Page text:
Windy Aulia finds himself inspired by a crop of talented young designers.
WINDY AULIA Senior Fashion Editor.
At the recent Singapore Fashion Week, Harper’s BAZAAR Singapore hosted the Asia NewGen Fashion Award Runway Show 2016. Now into its third year, the regional competition saw the top eight finalists from Singapore, Indonesia, Thailand and Malaysia showcasing their collections. Displaying promising talent and confidence, Indonesia’s William Utama emerged triumphant and walked away with a Master’s scholarship from the Istituto Marongoni and a cash prize of $20,000. His collection managed to capture that ephemeral spirit and energy of youth; fearless with a rebellious streak. An oversized hood, an upside-down jacket, an inside-out coat; all belted with Japanese obi-inspired sashes or trimmed with utilitarian drawstring fastenings. It was his bold use of colour that first made me stop and notice—the cardinal-red and black were used to great effect. His counterpart from Indonesia, Wilsen Willim, chose to rework the classic wardrobe staple of the humble white shirt— maximised with extravagant origami sleeves in spare, modern shapes. With a more commercial aesthetic,Wilsen displayed a savviness for producing updated workwear staples.
The two contestants from Singapore, Ng May Ee and Fedri Mak, made me realise how important it is to go with your gut. At the very beginning of the journey, May Ee came in with a portfolio bursting with inventive textile manipulation, winning over all the mentors. What started as mere snapshots from trips to London and Hong Kong became this wonderful mélange of prints, embroidery and Swarovski-crystal embellishments on a street-style-meetshigh- style collection. Her full skirt with a “torn up-poster” print was a crowd favourite, as were her embroidered, upcycled chambray shirts.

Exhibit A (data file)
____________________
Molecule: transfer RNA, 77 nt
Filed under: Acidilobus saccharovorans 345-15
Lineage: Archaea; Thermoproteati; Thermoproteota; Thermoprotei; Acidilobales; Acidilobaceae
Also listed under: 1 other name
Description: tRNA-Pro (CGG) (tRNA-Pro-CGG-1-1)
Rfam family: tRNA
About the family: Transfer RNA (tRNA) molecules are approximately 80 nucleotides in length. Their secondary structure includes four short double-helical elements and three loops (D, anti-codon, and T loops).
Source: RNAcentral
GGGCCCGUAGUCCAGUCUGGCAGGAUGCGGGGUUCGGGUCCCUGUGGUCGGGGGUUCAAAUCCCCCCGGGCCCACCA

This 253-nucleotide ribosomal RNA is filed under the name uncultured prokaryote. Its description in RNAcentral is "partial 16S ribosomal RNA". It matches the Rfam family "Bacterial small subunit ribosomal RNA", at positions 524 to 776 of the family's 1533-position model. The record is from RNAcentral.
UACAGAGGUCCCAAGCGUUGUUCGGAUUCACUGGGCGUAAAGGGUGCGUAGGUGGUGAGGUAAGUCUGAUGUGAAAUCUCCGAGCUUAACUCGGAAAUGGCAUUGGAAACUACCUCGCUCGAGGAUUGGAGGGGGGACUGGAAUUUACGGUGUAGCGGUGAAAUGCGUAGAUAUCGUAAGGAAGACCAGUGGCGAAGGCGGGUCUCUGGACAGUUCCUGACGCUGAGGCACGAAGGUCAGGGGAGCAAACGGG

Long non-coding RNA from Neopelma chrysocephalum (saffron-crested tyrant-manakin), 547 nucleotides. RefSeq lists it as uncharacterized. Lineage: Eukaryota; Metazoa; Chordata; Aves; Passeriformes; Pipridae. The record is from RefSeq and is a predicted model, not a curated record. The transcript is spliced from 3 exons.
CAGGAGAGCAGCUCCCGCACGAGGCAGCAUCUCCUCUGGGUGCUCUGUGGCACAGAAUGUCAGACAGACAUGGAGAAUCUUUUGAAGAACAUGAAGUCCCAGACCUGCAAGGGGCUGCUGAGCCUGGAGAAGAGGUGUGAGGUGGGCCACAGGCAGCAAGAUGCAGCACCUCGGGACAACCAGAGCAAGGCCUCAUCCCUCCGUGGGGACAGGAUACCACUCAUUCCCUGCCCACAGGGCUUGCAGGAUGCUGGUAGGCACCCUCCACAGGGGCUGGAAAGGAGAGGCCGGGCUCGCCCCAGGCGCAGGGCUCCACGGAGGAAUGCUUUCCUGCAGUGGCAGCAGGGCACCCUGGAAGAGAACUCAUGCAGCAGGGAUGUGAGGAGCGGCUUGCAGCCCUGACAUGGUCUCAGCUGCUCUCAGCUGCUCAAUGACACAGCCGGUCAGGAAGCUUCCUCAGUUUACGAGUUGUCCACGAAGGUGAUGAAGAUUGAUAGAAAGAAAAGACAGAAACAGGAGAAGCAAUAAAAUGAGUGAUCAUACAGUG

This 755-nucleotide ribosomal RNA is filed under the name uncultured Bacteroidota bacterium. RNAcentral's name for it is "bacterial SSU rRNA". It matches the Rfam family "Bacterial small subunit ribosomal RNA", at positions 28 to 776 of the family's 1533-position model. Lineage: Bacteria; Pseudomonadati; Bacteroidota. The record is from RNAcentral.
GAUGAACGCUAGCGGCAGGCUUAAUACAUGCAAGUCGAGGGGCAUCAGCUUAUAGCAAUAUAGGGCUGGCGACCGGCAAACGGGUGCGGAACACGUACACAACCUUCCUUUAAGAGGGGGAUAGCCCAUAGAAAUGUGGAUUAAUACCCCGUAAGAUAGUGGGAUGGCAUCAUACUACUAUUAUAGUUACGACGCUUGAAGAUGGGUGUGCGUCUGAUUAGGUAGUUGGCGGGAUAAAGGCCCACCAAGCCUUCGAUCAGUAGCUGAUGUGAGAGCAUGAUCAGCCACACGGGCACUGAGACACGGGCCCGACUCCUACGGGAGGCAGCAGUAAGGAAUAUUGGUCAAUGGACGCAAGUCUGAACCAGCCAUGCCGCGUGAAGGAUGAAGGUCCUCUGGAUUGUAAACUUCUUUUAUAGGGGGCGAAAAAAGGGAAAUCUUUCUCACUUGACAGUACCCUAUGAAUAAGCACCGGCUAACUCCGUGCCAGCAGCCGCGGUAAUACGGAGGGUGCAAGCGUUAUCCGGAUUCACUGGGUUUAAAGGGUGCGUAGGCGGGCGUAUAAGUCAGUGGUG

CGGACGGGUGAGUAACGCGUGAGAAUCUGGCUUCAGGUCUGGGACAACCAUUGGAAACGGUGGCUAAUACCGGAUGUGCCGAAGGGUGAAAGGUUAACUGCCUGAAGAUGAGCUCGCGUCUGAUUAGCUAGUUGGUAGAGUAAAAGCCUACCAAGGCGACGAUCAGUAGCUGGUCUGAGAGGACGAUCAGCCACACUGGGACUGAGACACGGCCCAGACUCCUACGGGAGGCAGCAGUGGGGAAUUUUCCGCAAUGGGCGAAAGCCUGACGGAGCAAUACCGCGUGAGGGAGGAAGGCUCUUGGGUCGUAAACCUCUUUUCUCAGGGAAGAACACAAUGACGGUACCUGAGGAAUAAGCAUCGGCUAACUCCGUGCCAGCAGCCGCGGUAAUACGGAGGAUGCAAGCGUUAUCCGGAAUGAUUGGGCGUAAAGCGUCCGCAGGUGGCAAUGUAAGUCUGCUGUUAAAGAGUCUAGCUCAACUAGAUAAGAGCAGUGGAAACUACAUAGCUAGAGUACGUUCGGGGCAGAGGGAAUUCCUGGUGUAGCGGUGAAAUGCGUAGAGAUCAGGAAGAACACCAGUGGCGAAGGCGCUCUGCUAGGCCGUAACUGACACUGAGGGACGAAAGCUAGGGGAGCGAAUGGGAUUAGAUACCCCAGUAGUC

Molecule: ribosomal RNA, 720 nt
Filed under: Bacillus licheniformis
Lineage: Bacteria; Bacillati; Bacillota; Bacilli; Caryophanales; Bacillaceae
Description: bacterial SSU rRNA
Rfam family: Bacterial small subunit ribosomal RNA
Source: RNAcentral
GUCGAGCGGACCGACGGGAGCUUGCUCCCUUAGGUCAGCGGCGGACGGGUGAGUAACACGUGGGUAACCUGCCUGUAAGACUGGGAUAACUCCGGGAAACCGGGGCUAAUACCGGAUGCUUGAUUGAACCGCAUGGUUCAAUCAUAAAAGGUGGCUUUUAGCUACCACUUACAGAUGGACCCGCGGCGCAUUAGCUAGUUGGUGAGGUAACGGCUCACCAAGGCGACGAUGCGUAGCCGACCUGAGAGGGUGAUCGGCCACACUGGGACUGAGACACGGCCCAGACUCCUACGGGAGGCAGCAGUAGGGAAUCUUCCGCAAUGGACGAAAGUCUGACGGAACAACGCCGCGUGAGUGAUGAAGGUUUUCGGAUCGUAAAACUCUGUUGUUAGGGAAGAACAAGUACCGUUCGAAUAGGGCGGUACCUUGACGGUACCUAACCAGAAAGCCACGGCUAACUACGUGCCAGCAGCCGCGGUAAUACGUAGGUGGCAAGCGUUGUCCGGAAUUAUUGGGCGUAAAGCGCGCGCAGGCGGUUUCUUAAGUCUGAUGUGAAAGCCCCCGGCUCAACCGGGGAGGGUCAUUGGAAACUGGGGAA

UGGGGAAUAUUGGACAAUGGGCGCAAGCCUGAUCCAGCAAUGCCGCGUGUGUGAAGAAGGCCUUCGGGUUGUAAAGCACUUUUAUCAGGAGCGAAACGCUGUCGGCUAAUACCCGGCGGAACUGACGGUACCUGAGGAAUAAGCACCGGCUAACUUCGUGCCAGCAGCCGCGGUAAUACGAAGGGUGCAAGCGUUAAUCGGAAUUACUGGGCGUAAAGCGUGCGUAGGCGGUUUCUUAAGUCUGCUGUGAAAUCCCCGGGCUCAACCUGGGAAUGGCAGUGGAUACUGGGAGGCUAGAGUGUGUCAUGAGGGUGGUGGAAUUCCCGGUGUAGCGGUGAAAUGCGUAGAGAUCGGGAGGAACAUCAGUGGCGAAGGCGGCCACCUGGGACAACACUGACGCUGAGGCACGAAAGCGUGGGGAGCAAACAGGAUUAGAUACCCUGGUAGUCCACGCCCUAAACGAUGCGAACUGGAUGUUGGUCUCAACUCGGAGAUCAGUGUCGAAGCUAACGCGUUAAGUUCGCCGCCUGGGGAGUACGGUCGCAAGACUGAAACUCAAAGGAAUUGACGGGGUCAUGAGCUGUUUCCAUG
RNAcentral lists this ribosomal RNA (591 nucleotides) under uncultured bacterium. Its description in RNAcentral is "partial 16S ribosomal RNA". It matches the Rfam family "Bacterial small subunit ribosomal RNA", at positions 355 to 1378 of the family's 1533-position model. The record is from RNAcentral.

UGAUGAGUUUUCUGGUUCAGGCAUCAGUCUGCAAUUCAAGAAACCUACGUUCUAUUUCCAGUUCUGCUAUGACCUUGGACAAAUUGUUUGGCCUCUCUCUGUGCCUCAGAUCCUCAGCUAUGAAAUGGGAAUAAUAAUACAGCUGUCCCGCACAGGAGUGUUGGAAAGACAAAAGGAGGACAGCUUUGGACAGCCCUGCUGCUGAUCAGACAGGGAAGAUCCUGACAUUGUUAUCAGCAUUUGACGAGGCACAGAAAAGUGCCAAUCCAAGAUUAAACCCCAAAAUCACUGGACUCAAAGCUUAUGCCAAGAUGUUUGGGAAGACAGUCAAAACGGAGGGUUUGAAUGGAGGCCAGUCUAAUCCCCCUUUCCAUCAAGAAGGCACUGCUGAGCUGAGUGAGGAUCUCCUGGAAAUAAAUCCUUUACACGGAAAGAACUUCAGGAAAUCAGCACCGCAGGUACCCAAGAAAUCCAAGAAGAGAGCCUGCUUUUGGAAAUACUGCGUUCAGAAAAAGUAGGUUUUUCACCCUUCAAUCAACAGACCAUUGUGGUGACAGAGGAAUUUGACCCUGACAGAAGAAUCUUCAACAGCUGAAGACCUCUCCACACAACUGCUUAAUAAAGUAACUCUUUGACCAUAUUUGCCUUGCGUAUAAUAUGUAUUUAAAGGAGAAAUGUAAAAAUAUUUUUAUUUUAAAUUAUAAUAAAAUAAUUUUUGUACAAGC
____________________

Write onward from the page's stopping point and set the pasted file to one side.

It was a different situation altogether when it came to Fedri, Singapore’s other representative. His dedication, armed with his great knowledge of fashion, revealed his penchant for the human anatomy melded with a sporty design aesthetic. There’s a Zen-like quality to his work, which is as spiritual as it is exciting.
Malaysians Junn Tan and Aaron Yong were deft in their execution of their pieces, perfected down to the last detail and handcrafted like they were works of art. Which they are—until it came to commercialising the pieces for sale, which is something that they will have to consider as bona fide designers. That’s where Thailand’s Seksit Perkchinnaworn’s label, Valentier, did so well with his lyrically beautiful floral embellished collection. In soft shades of nude and blush, the women in the audience were just itching to literally “ buy now”. Jirawat Thamrongkittikul went down the home-spun path—using cross-stitched fabrics from the Northern tribes in Thailand, mixed in with an urban sliced-leather jacket and a lace cut-out bomber jacket. With images from French photographer Charles Freger’s book Wilder Mann as a print motif, he displayed a daring and clever mix of urban with folksy elements, with a cool tribute to his own heritage (with a gentle nod to Sacai’s au courant aesthetic.)
There are so many other things that I learnt from speaking to the contestants but what it boiled down to was this—the runway show was a 45-minute-long lesson on Asian youth culture. A microcosm of what drives, inspires and feeds the imagination of the youth in each country. Thailand’s designers are unaffected—they understand the power of commercial viability in a crowded sartorial landscape. Singapore’s youth want upbeat, colourful, sporty and easy looks—there’s an inherent naiveté that’s insulated from the economy. Malaysia believes in the art and power of craft that has yet to be balanced with commercialism. Indonesia promotes individuality and a personal point of view, and luckily has a thriving and relatively cheap production market. Ultimately, NewGen gives kids a platform to express themselves. And that’s the wonderful privilege of youth. Send me your comments on Instagram: @windyaulia.
From top: Wilsen Willim’s spin on the white shirt. A graphic look from Junn Tan. Ng May Ee’s print-heavy collection. Seksit Perkchinnaworn’s romantic vision for Valentier. One of Fedri Mak’s sports-luxe offerings. Sustainable bleached denim and knits from Aaron Yong. Jirawat Thamrongkittikul’s mash-up of colours and prints. The winner of Harper’s BAZAAR Asia NewGen Fashion Award 2016, William Utama.